This is very much a bone of contention for me. David Tennant's 10th Doctor started to wear on me by series 4 with his self righteous, no-gun policy. He'd wave his pacifistic nature around like some sort of banner which said "I'm better than you" and not in a good way. Add to the mixture his "daughter" who gleefully shouts something along the lines of: "Look dad! I could have killed them all, but I didn't!" Seriously?

Say what you like about Christopher Ecclestone's "northern" Doctor but I thought he had potential. He played a man whose wounds were still fresh, who suffered survivor guilt and harboured a deep-seated hatred that could match even the Daleks themselves. It was a far stretch from those times during "Genesis of the Daleks" where the 4th Doctor wrestled with the notion of wiping out the Daleks forever, only to falter and allow time to run its course.

I think this is why Sylvester McCoy's 7th Doctor is my favourite, certainly in the later episodes of his run anyway. I loved the darkness that seemed to linger beneath his philosophic brooding, the way he always seemed to know more than everyone else but was never so arrogant that he needed to show it. Plus he wasn't above playing with Ace's mind and putting her in horrifying situations simply to see her reaction, see "Ghost Light."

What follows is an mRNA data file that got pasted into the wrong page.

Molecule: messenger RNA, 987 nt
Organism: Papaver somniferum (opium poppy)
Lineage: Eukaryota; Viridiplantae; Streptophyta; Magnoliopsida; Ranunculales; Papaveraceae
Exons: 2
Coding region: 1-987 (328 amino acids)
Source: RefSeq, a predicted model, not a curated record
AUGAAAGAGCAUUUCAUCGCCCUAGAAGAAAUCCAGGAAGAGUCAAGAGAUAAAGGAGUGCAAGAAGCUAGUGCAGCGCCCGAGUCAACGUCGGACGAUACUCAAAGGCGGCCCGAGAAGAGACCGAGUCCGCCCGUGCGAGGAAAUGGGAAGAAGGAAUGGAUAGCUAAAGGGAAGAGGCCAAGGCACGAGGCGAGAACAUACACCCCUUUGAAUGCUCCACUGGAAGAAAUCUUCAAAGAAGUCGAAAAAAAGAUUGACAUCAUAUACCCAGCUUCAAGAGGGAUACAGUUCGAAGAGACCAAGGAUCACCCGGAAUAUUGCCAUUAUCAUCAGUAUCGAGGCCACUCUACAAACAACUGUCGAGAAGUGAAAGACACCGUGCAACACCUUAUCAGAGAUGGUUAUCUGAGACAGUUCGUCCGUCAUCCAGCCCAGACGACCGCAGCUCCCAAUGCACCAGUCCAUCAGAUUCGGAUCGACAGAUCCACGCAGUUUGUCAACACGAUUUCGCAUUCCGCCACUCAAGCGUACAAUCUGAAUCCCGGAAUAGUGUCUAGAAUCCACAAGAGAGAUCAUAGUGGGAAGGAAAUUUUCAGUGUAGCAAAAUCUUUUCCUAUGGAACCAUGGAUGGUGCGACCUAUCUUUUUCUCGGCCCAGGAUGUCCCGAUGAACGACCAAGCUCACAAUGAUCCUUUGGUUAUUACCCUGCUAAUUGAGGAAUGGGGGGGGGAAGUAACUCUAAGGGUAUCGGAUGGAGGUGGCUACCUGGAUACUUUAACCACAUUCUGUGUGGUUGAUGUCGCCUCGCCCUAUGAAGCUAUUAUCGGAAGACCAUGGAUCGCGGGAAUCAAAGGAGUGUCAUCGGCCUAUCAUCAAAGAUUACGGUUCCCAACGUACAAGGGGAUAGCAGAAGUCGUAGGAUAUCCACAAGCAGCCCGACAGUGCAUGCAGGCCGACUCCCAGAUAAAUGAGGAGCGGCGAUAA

But you know what was better about the 9th doctor? He wanted to save people, he wanted to save everyone. If he had to kill then that was a sorry part of it. The 10th doctor seemed much more willing to kill and saving people was the afterthought, an end result but 10 would dwell on killing.